50 Shades of Feral


Recently I discovered that "feral" is a relative term. It turns out that all ferals are not at the same level of feralocity.


For whatever reason, where ever I have lived, stray cats come. I think I'm on some kind of map only cats can read, likely labeled "You are HERE. Soft touch in 30 yards to the right". 

There was a poor black cat who I named Charlie. He was so frightened. He stayed under the shed. I could never get him to come out until I went in the house, so I had to leave food and water next to the shed. No matter what I tried, I could not get him to believe it was safe to come out when I was there. I wasn't the one to be afraid of though; the area was not conducive to outdoor cats, due to a pack of very large coyote who sat across the street from my lot and watched not only the inside cats, but even my small dogs. Sadly, within a few months, Charlie cat was gone never to return.

There was "P.K." (Pretty Kitty). He seemed aggressive at first, swatting at me and drawing blood more than once although not deeply - just surface scratches. However, within a couple of months he was happily sitting in my lap on the porch. He became so docile, the shelter felt he could be adopted and sure enough in less than a week he was! 

Baby was a very young, extremely feral, totally unapproachable cat I cared for over 3 months. He even growled at me when I put out the food. I actually managed to trap him for TNR, but after release he ran away and I never saw him again.

Snuffy was seemingly a feral, but after caring for him for only a couple weeks, he became extremely ill, unable to eat and vomiting saliva. Due to how ill and weak he was, even though he had not been approachable previously, he allowed me to pick him up and take him to a Vet without any resistance. Sadly it turned out he'd been ill for a long time with feline leukemia, from what the Vet could surmise after an afternoon of tests. I took him home for what ended up being 6 weeks of hospice care in the recovery/foster room until he passed away. He wouldn't let me pet him a lot, but I would sit and read to him and he would purr and snuggle with the toys I gave him while I did. Sometimes when I'd go to leave, he'd mew at me to stay longer. At the very end, he let me pet him to give him comfort.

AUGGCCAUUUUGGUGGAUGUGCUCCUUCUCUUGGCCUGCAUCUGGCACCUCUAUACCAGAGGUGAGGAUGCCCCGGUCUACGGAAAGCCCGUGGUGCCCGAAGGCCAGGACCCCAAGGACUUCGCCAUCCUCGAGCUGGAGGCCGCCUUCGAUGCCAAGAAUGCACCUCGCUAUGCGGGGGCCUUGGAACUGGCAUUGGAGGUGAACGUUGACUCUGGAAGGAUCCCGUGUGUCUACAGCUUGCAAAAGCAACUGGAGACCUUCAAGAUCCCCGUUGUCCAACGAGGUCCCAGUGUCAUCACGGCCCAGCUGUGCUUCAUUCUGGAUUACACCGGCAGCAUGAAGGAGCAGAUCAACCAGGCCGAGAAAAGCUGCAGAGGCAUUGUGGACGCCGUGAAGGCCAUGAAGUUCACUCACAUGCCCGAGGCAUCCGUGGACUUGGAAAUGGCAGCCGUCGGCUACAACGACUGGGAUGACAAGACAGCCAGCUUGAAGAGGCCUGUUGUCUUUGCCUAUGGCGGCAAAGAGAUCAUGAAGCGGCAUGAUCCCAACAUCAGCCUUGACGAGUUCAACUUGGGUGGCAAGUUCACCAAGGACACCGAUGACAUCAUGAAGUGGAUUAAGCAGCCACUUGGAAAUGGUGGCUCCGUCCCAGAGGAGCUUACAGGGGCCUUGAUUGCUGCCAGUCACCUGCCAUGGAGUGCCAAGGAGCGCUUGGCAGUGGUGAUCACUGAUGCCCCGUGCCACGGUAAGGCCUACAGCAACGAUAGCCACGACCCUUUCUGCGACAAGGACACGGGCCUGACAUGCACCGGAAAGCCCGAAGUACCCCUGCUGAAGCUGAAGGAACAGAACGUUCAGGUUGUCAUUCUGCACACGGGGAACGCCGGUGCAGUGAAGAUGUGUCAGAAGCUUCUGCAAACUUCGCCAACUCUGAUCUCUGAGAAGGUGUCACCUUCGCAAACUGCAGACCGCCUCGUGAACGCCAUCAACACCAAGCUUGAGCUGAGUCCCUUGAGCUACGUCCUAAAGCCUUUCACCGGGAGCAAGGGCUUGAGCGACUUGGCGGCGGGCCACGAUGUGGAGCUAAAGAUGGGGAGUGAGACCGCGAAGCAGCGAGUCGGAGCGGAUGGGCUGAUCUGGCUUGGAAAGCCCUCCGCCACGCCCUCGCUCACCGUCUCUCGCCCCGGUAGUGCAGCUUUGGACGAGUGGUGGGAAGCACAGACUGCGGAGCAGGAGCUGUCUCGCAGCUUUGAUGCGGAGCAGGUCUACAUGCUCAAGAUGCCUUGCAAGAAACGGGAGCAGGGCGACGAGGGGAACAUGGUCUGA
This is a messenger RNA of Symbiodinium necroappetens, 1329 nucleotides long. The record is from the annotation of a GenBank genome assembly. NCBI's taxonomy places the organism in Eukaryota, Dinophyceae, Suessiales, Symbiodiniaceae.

Angel showed up one day, trying to walk in the door when I opened it. He was friendly, loving, thin and didn't seem to see very well. He had trouble eating so I took him to the Vet right away as he was so docile. His problem was simple according to my Vet: "he was older than Moses."  My Vet guessed in his very late teens or even early 20's based on what was left of his teeth. He had clearly been someone's pet and had ended up lost or abandoned. No microchip. No collar. Lost notices provided no leads, no clues. He lived in the foster/recovery room because my other cats kept trying to attack him. I had to put potty pads all over the beds as he would lay and urinate, not realizing he was peeing as he was somewhat senile due to the old age. But he was so loving, anytime I went in to spend time with him he would be all over me - sometimes peeing but I wore old clothes and was more than happy to suffer some cat pee to ease his suffering. He died happy one afternoon about 3 months later, on the bed as I held him.